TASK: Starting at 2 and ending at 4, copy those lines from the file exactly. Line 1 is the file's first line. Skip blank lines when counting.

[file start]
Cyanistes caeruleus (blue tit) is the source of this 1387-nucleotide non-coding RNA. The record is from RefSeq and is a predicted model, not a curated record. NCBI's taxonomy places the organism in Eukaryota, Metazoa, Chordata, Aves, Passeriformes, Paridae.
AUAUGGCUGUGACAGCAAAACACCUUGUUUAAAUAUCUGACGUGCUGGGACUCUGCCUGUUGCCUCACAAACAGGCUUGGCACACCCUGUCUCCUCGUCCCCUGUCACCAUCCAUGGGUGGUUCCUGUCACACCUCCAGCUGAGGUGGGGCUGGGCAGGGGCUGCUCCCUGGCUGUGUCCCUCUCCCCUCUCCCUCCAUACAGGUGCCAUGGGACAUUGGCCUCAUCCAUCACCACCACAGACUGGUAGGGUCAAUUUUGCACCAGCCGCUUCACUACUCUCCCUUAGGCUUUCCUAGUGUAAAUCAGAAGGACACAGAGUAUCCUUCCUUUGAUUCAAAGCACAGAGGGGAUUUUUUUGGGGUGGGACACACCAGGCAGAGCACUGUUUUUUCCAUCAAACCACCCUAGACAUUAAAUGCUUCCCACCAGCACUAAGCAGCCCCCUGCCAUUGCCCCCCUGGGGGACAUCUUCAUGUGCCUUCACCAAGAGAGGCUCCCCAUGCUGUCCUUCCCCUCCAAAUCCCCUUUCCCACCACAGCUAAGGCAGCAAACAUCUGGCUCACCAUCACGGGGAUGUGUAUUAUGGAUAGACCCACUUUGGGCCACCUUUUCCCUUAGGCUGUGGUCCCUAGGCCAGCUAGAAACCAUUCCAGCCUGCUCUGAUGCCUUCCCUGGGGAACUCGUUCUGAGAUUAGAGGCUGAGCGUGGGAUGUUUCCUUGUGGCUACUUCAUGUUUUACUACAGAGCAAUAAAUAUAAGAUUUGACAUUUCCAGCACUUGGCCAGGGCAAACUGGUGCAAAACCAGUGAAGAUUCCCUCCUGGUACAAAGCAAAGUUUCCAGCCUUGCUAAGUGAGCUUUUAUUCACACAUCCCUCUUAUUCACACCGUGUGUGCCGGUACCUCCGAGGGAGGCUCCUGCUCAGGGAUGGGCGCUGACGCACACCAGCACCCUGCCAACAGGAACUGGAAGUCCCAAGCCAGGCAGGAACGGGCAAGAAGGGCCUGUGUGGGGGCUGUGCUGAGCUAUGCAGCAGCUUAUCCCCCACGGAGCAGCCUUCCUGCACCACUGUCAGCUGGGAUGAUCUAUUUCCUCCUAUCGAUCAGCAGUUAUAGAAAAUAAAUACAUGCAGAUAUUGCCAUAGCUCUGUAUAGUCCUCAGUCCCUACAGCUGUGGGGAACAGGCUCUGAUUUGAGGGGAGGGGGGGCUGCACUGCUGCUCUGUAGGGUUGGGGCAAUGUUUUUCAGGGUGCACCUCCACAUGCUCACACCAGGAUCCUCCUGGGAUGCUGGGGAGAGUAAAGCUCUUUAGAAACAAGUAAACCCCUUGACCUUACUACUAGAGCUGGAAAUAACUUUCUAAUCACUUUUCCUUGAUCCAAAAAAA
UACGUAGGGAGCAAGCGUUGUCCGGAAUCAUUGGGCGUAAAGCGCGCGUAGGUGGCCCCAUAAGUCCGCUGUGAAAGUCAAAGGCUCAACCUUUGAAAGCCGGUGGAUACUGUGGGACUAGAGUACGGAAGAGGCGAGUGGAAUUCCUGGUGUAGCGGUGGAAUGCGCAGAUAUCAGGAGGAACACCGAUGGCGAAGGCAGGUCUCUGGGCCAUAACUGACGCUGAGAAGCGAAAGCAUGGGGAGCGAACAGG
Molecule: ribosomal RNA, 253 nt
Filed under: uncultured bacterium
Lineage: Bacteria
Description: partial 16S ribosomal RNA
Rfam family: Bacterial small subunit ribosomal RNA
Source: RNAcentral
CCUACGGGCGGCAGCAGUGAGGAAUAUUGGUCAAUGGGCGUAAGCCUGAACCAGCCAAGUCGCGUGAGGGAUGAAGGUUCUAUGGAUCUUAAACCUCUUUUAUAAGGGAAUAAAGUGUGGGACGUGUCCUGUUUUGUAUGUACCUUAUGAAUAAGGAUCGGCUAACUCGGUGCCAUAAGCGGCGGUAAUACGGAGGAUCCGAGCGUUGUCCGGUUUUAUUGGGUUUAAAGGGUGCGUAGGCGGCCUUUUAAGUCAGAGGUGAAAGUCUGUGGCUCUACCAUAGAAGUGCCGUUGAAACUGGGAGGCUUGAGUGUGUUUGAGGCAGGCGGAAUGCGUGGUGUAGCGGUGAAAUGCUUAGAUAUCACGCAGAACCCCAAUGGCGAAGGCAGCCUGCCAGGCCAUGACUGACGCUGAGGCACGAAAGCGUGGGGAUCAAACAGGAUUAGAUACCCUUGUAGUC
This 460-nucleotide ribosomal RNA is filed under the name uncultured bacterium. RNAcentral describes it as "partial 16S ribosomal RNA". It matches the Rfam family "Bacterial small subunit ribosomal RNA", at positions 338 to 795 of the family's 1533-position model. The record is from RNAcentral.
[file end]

AUAUGGCUGUGACAGCAAAACACCUUGUUUAAAUAUCUGACGUGCUGGGACUCUGCCUGUUGCCUCACAAACAGGCUUGGCACACCCUGUCUCCUCGUCCCCUGUCACCAUCCAUGGGUGGUUCCUGUCACACCUCCAGCUGAGGUGGGGCUGGGCAGGGGCUGCUCCCUGGCUGUGUCCCUCUCCCCUCUCCCUCCAUACAGGUGCCAUGGGACAUUGGCCUCAUCCAUCACCACCACAGACUGGUAGGGUCAAUUUUGCACCAGCCGCUUCACUACUCUCCCUUAGGCUUUCCUAGUGUAAAUCAGAAGGACACAGAGUAUCCUUCCUUUGAUUCAAAGCACAGAGGGGAUUUUUUUGGGGUGGGACACACCAGGCAGAGCACUGUUUUUUCCAUCAAACCACCCUAGACAUUAAAUGCUUCCCACCAGCACUAAGCAGCCCCCUGCCAUUGCCCCCCUGGGGGACAUCUUCAUGUGCCUUCACCAAGAGAGGCUCCCCAUGCUGUCCUUCCCCUCCAAAUCCCCUUUCCCACCACAGCUAAGGCAGCAAACAUCUGGCUCACCAUCACGGGGAUGUGUAUUAUGGAUAGACCCACUUUGGGCCACCUUUUCCCUUAGGCUGUGGUCCCUAGGCCAGCUAGAAACCAUUCCAGCCUGCUCUGAUGCCUUCCCUGGGGAACUCGUUCUGAGAUUAGAGGCUGAGCGUGGGAUGUUUCCUUGUGGCUACUUCAUGUUUUACUACAGAGCAAUAAAUAUAAGAUUUGACAUUUCCAGCACUUGGCCAGGGCAAACUGGUGCAAAACCAGUGAAGAUUCCCUCCUGGUACAAAGCAAAGUUUCCAGCCUUGCUAAGUGAGCUUUUAUUCACACAUCCCUCUUAUUCACACCGUGUGUGCCGGUACCUCCGAGGGAGGCUCCUGCUCAGGGAUGGGCGCUGACGCACACCAGCACCCUGCCAACAGGAACUGGAAGUCCCAAGCCAGGCAGGAACGGGCAAGAAGGGCCUGUGUGGGGGCUGUGCUGAGCUAUGCAGCAGCUUAUCCCCCACGGAGCAGCCUUCCUGCACCACUGUCAGCUGGGAUGAUCUAUUUCCUCCUAUCGAUCAGCAGUUAUAGAAAAUAAAUACAUGCAGAUAUUGCCAUAGCUCUGUAUAGUCCUCAGUCCCUACAGCUGUGGGGAACAGGCUCUGAUUUGAGGGGAGGGGGGGCUGCACUGCUGCUCUGUAGGGUUGGGGCAAUGUUUUUCAGGGUGCACCUCCACAUGCUCACACCAGGAUCCUCCUGGGAUGCUGGGGAGAGUAAAGCUCUUUAGAAACAAGUAAACCCCUUGACCUUACUACUAGAGCUGGAAAUAACUUUCUAAUCACUUUUCCUUGAUCCAAAAAAA
UACGUAGGGAGCAAGCGUUGUCCGGAAUCAUUGGGCGUAAAGCGCGCGUAGGUGGCCCCAUAAGUCCGCUGUGAAAGUCAAAGGCUCAACCUUUGAAAGCCGGUGGAUACUGUGGGACUAGAGUACGGAAGAGGCGAGUGGAAUUCCUGGUGUAGCGGUGGAAUGCGCAGAUAUCAGGAGGAACACCGAUGGCGAAGGCAGGUCUCUGGGCCAUAACUGACGCUGAGAAGCGAAAGCAUGGGGAGCGAACAGG
Molecule: ribosomal RNA, 253 nt